The great majority
of religious Mexican ivory sculptures were not made in Mexico. They were
made to order following European models in continental China and the Chinese
settlements in the Philippines. They were then taken to Acapulco (Mexico)
in a galleon from Manila and, from there, distributed to Spain and other
places in Latin America. These sculptures are also known as Hispanic-Filipino
ivories and sometimes even as Luso-Indian ivories (the Portuguese also
made similar sculptures in their Indian colonies).There are some sporadic
works that were made in New Spain (Mexico).They date from the 16th, 17th
and 18th centuries.
They are personal devotion objects destined to churches, convents, as
well as private households, which means that private citizens and the
Church are in possession of ivory sculptures. These ivories tend to be
anonymous, though some are signed by Sebastian Ramirez, Juan de la Cruz,
Marcos Espinosa, or Diego de Reinoso y Sandoval.
There are sculpted in the round images of Santa Rosa of Lima as a nun
or of Child Jesus in many positions and forms, and detailed and elaborate
triptychs of religious scenes (measuring between 20 and 40 cm).
Nonetheless, the figures that stand out are those of Christ on the cross,
normally dying, and different moments of the Passion. The face can have
oriental features. Sculpted in the round figures show the curvature, slightly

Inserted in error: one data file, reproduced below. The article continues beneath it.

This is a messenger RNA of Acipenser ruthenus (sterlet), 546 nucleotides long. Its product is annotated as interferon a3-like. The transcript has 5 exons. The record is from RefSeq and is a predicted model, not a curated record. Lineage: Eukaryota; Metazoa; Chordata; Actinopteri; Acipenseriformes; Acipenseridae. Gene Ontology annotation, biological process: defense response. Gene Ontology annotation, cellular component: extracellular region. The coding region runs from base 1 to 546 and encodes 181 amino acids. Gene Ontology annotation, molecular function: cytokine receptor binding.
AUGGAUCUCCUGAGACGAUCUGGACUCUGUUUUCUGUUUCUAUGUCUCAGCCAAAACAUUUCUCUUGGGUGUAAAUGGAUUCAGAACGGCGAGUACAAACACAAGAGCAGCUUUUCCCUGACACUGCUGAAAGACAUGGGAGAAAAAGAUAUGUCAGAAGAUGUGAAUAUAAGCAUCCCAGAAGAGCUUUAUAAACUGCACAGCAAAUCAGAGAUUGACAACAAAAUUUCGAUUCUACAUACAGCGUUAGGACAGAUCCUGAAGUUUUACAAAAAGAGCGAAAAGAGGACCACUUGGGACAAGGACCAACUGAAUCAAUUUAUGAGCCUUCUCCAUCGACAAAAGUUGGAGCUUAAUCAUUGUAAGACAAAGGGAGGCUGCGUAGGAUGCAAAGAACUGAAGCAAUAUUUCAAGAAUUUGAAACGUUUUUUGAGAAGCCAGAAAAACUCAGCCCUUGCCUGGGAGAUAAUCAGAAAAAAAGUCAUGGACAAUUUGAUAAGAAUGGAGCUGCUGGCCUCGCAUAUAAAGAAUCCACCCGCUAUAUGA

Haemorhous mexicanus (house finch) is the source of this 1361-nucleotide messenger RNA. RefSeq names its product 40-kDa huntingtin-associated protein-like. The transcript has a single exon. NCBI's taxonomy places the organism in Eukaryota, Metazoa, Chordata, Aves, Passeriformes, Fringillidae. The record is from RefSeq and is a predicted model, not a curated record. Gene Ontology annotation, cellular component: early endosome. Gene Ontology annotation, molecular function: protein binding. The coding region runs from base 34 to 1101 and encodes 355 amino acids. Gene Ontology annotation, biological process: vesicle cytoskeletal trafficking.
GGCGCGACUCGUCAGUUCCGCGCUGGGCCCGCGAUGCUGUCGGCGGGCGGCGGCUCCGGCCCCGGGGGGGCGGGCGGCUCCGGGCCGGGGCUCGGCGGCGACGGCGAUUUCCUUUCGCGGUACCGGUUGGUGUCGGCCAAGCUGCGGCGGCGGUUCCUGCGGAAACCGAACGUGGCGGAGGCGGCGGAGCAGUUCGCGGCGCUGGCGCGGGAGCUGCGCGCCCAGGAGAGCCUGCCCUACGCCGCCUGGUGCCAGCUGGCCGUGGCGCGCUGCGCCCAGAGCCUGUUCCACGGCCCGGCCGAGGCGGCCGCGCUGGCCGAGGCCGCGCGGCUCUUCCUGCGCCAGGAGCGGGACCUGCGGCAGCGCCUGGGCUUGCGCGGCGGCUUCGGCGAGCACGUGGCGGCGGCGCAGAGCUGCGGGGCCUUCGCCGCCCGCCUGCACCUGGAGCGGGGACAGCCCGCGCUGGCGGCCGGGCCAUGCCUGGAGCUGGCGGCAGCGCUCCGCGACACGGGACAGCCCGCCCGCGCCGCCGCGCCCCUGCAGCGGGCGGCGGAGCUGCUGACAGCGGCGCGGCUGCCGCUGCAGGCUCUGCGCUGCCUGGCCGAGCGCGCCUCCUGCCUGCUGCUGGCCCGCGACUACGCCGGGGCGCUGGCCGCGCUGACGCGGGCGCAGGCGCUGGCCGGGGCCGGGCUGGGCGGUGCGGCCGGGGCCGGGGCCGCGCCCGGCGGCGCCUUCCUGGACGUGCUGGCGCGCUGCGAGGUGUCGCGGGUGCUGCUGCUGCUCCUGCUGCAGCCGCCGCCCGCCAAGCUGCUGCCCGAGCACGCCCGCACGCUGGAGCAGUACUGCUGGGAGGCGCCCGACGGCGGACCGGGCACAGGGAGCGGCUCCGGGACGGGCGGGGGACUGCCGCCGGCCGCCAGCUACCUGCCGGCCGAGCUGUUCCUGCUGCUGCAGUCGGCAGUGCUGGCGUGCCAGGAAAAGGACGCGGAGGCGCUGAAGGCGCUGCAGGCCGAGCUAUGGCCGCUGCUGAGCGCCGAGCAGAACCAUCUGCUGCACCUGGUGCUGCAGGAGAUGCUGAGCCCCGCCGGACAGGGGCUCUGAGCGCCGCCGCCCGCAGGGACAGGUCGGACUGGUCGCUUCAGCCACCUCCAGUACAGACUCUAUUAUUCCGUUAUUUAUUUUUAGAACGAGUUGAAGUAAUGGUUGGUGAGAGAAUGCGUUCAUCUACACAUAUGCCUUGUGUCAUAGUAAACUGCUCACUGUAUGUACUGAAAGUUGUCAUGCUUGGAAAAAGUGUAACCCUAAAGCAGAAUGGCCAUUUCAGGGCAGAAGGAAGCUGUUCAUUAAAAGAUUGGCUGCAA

or quite accentuated, of the elephant tusk. They have a height that ranges
between 30 and 90 cm. They show the special characteristics of the ivory´s
grain, in the form of "veins". Generally, ivory crucifixes are composed
of several pieces, one for the body and other pieces for the arms. On
occasions, the cross has been lost, leaving the sculptures as loose pieces
or free figures. The crosses tend to be of smooth wood or with embellishments.
The ivory is often left in its natural state and only crucifixion scenes
are polychrome, displaying the color red for depiction of the wounds.
These works of arts show signs of natural deterioration specific to this
type of material: yellowing of the ivory, chipping or loss of the polychrome.
and Luso-Indian ivories are a treasure for Mexican as well as for Latin-American
and Iberian (Spain and Portugal) heritage, where they were distributed
and are usually found. They constitute a rare example of métissage and
Their importance lies in their artistic quality, which accounts for their
lasting appeal. This has not prevented them from maintaining their original
use or purpose for devotion. The authorities or private owners are often
unaware of these art pieces, which facilitates their sale and obstructs
In the black market or illicit commerce crucifixes or sculptures are often
taken apart into separate pieces : the cross, the body, the arms and legs,
which are later reassembled. The reduced size also facilitates their transportation.
- Burke, Marcus.
Pintura y escultura en Nueva España. Mexico City, Azabache, 1992.
- Gutiérrez, Ramón
(coord.). Pintura, escultura y artes útiles de Iberoamérica, 1500-1825.
Madrid, Ediciones Cátedra, S.A, 1995.
- Sánchez Navarro
de Pintado, Beatriz. Marfiles mexicanos del oriente en México.
México, Fomento Cultural Banamex A.C., 1986.